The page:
THE TOM MCCONNELL SHOW
Western Psychology Professor Samantha Joel, Machine learning predicts satisfaction in romantic relationships
MACHINE LEARNING REVEALS WHAT MAKES PEOPLE HAPPY IN A RELATIONSHIP
What makes us happy in a romantic relationship? The question might seem too complex to answer, too varied couple to couple. But a new study in the Proceedings of the National Academy of Sciences attempts to answer just that – using machine learning.
LANDMARK STUDY ON 11,196 COUPLES PINPOINTS WHAT DATING APPS GET SO WRONG
If you have ever labored over how to convey your personality through a dating app bio — or judged someone else’s through theirs — research on romance suggests you place your efforts elsewhere.
INTERVIEW: SAMANTHA JOEL ON WHAT MAKES A SUCCESSFUL RELATIONSHIP
Pat chats with Samantha Joel, Assistant Professor at Western University in London, Ontario, Canada, about a landmark study showing what it takes to make a successful relationship.
A LANDMARK STUDY SHOWS WHAT MAKES A SUCCESSFUL RELATIONSHIP
It’s not who you’re with, but the dynamic you have with them. That’s the big takeaway from a landmark study that explores what makes relationships successful, published Monday in the Proceedings of the National Academy of Sciences.
AI ANALYSED OVER 11,000 COUPLES TO FIND WHAT MAKES RELATIONSHIPS WORK
A first-of-its kind Artificial Intelligence (AI) study published on July 27 in the Proceedings of the National Academy of Science seems to have finally figured out what makes a relationship work.
THE PEOPLE REDEFINING FAITHFULNESS
We often see a relationship as an exclusive understanding between two people. But this norm is increasingly coming under scrutiny as people find other ways to redefine romantic love.
HOW DO LONG MARRIAGES SURVIVE? COUPLES SHARE THE SECRETS OF THEIR LONG-HAUL UNIONS
A partner who can palpably sense that their spouse is committed to them is the No. 1 predictor of strong relationships over time, according to Samantha Joel, an assistant professor in psychology at the University of Western Ontario
HOW DATING APP ALGORITHMS PREDICT ROMANTIC DESIRE
Online dating might not help you to find the one. But the data from dating apps offers some tantalising insights.
LOVE CONNECTIONS AT HEART OF UNIQUE STUDY
Is there any way to know if a relationship will fly – or simply crash into the sea?
BREAK-UPS, MAKE-UPS AND MORE: INSIDE THE RELATIONSHIP DECISIONS LAB
From first dates to new commitments to keeping the spark alive, many people spend the better part of their lives in a hopeful search for a romantic partner. When do people choose to invest in a partner? to give up? to try again? How do they determine “the one”?
SHOULD WE BREAK UP? PSYCHOLOGISTS DISCOVER SURPRISE REASON WHY PEOPLE STAY IN UNHAPPY RELATIONSHIPS
Why do unhappy couples stay together? According to a study, it may be because they fear their partners won’t be able to cope without them.
WHEN YOU ARE UNHAPPY IN A RELATIONSHIP, WHY DO YOU STAY? THE ANSWER MAY SURPRISE YOU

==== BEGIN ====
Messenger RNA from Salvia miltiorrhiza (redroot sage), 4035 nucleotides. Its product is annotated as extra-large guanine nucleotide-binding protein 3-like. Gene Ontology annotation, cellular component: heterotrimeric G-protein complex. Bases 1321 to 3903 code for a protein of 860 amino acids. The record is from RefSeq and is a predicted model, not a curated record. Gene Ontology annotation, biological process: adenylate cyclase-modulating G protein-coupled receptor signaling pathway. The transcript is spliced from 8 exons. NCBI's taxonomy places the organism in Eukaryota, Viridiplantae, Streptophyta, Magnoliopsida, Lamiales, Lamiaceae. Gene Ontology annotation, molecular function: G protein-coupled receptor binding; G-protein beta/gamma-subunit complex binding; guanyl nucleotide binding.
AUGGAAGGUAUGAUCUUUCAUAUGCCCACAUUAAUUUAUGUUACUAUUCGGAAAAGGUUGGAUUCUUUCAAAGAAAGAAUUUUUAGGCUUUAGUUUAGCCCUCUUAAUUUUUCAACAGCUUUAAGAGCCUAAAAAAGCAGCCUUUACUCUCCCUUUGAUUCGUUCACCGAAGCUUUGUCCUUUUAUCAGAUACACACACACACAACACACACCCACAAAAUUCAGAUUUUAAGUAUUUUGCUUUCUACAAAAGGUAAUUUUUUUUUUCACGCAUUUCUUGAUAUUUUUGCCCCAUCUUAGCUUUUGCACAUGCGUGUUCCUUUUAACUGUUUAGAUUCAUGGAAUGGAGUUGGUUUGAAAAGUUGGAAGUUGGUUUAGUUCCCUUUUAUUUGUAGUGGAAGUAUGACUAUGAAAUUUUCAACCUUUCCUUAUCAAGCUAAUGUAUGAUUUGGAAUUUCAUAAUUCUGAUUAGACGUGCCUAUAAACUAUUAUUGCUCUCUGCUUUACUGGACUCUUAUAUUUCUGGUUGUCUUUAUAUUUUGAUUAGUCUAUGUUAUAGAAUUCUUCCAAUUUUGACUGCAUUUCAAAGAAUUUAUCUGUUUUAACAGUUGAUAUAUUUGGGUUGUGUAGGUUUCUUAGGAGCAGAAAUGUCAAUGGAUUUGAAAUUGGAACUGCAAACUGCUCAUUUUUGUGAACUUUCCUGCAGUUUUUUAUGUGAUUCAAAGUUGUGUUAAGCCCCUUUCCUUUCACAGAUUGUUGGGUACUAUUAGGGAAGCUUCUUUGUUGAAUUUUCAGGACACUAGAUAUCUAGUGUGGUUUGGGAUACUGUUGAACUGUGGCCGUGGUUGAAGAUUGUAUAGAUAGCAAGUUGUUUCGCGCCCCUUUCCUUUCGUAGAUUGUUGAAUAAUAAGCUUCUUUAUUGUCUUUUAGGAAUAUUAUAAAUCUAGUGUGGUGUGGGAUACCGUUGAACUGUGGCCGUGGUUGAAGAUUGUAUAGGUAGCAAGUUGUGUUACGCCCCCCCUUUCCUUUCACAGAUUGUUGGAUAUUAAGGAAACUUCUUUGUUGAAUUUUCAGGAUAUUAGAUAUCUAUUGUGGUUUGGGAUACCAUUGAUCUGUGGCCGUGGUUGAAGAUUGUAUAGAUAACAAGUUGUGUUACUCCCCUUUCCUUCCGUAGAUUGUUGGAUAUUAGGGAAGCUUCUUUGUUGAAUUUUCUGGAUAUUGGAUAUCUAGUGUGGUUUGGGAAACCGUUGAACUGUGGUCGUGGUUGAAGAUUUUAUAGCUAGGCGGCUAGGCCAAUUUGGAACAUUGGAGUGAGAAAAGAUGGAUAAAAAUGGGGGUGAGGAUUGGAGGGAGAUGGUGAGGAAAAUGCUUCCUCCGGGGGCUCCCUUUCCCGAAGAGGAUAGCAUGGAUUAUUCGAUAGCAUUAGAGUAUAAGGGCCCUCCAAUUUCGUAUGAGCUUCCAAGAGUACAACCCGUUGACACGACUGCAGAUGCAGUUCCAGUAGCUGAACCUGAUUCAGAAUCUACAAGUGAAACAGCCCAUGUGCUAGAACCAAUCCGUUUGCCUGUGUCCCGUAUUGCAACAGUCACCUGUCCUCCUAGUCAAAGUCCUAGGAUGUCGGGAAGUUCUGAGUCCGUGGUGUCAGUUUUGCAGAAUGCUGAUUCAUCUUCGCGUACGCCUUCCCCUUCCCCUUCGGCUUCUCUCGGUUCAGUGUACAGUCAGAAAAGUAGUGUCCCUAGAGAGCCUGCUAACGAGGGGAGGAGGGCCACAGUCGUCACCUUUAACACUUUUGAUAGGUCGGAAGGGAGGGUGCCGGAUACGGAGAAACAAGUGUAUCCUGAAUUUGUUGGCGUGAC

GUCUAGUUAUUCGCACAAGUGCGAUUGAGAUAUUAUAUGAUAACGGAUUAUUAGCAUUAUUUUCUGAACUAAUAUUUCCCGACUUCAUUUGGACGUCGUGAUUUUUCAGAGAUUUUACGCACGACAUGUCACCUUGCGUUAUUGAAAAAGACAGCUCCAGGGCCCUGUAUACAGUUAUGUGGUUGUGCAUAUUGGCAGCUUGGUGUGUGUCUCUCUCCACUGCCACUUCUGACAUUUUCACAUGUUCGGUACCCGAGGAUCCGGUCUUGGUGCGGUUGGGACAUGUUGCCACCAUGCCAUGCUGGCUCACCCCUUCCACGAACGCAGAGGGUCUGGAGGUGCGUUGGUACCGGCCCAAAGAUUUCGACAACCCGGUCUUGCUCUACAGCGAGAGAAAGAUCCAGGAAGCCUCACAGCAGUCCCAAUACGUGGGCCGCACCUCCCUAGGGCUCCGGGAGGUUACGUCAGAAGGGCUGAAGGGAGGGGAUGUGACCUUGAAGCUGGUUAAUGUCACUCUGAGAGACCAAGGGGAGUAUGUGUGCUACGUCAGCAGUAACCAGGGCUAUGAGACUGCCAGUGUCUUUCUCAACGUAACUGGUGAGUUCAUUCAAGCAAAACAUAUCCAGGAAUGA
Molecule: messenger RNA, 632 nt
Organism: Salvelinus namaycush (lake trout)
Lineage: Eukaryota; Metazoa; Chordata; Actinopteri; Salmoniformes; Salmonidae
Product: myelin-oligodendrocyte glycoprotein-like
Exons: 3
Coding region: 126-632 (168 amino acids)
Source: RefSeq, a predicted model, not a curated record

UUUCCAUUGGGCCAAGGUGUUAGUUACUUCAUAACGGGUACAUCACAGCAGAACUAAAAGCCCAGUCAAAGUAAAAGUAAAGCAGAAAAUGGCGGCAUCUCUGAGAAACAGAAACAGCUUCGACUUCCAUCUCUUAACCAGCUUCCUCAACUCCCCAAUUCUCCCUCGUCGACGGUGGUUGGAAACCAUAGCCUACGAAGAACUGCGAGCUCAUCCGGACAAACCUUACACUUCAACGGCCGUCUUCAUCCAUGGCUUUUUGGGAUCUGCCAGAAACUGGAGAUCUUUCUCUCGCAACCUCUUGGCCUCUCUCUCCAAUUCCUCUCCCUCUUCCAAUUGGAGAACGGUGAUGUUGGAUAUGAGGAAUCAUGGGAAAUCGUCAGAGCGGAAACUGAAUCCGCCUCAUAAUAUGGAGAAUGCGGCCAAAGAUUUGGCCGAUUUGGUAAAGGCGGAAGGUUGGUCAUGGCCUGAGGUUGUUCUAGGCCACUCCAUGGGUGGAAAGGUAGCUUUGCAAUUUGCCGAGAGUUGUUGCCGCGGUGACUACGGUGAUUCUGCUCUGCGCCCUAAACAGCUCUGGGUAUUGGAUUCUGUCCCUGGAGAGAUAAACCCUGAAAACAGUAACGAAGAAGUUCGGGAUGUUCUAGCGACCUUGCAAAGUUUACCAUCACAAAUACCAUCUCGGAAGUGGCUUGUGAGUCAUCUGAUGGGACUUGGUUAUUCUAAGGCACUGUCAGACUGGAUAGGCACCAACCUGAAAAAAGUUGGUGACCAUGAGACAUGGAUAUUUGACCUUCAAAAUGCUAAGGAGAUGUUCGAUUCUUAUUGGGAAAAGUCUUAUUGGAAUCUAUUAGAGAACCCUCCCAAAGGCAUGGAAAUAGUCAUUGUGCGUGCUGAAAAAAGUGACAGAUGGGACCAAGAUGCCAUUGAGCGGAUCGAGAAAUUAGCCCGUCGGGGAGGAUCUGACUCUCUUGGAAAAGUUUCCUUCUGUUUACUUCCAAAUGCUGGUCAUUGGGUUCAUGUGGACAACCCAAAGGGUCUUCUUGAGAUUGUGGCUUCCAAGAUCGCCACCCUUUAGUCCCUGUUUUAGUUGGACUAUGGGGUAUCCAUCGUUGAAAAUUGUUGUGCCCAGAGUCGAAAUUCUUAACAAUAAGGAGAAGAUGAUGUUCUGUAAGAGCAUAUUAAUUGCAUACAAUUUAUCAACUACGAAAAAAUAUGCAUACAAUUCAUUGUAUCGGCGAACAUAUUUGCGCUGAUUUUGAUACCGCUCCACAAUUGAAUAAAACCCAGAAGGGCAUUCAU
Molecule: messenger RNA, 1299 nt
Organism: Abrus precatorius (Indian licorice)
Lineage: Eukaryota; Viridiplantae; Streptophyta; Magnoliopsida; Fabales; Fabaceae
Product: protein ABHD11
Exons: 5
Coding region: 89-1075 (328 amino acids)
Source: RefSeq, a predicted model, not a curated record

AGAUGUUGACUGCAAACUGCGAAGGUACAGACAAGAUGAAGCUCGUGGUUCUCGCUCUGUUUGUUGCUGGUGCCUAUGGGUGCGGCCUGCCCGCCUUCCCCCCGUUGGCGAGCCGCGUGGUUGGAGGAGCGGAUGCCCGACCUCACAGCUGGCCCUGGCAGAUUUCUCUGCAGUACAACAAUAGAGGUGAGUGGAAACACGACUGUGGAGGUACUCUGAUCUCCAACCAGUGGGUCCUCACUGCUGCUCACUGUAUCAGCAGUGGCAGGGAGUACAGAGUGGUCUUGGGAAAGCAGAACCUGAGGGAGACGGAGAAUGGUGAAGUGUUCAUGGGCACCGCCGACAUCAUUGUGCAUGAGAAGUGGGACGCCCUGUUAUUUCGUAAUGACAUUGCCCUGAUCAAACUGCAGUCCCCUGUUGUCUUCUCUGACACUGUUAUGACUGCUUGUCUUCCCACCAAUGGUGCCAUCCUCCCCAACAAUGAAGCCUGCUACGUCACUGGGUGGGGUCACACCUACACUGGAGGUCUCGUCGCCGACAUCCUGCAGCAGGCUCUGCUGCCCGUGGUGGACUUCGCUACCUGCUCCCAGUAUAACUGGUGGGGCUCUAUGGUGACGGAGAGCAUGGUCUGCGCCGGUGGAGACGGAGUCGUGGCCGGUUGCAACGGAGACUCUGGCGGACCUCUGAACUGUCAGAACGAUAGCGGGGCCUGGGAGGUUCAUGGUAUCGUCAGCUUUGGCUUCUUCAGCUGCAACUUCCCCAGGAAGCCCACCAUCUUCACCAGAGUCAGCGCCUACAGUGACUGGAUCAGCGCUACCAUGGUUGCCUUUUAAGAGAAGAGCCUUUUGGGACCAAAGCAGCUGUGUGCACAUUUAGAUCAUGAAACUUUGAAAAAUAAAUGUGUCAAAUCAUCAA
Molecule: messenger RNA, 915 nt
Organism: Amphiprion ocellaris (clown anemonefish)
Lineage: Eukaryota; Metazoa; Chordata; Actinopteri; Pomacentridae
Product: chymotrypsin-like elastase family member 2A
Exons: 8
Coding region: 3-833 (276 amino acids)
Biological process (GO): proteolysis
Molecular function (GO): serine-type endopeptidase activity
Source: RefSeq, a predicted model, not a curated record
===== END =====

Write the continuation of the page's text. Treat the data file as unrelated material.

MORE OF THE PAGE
Why do people stay in unsatisfying romantic relationships? A new study suggests it may be because they view leaving as bad for their partner.
WHEN IT COMES TO ROMANTIC ATTRACTION, REAL LIFE BEATS QUESTIONNAIRES
Dating sites claim to winnow a few ideal suitors out of a nigh-infinite pool of chaff. But the matches these algorithms offer may be no better than picking partners at random, a study finds.
THE SCIENCE OF DTMFA
On the Magnum, Dan interviews Dr. Samantha Joel, in a “What You Got?” about the psychology of what make someone finally decide to end a relationship.
SHOPPING FOR RELATIONSHIPS: TWO SIDES OF THE SAME COIN?
According to Samantha Joel, Geoff MacDonald, and Jason Plaks (2013), romantic relationships provide a useful context to apply principles of judgment and decision-making.
DEALBREAKERS DON’T MEAN SHIT
Samantha Joel tells us that everyone is bad at maintaining their dealbreakers, and looks at why such highly prized ideals about who we think we should be with never seem to matter all that much when we meet someone new.
CANADA AM: THE SCIENCE OF CUDDLING
Samantha Joel of the University of Toronto discusses the new trend and the benefits of cuddling and whether paying to cuddle is a good idea. More info
SCIENCE REVEALS WHY WE END UP GOING ON SO MANY DATES WE DON’T WANT TO GO ON
People overestimate their willingness to reject unsuitable romantic partners.
SELF-INTEREST BENEFICIAL IN RELATIONSHIPS
A new psychology study undertaken by researchers at the University of Toronto and Yale found that people have more difficulty rejecting an undesirable potential date when they believe the person actually exists.
IT’S ALL TOO EASY TO IGNORE RELATIONSHIP DEALBREAKERS
Why don’t dealbreakers prevent relationships from getting off the ground in the first place?
TEN WEDDING VOWS BASED ON RELATIONSHIP SCIENCE
Ten promises that we decided to make to each other to help us to achieve long-term marital bliss, and why.
THE THINGS YOU DO FOR ME: HOW YOUR PARTNER’S INVESTMENTS CAN MAKE YOU MORE COMMITTED
Beyond making your partner feel more committed, will your partner’s investments also make you feel more committed to the relationship?
RELATIONSHIP DECISIONS DISCUSSED ON SQUAREOFF
CHCH’s Squareoff discusses the decision to move in with a romantic partner. Featuring guest speaker Samantha Joel from the University of Toronto.
IN ROMANCE, ODD COUPLES MORE COMMON THAN PERFECT PAIRS
Less visible similarities, like common life goals, can be much more important than highly visible similarities, such as a difference in age or height.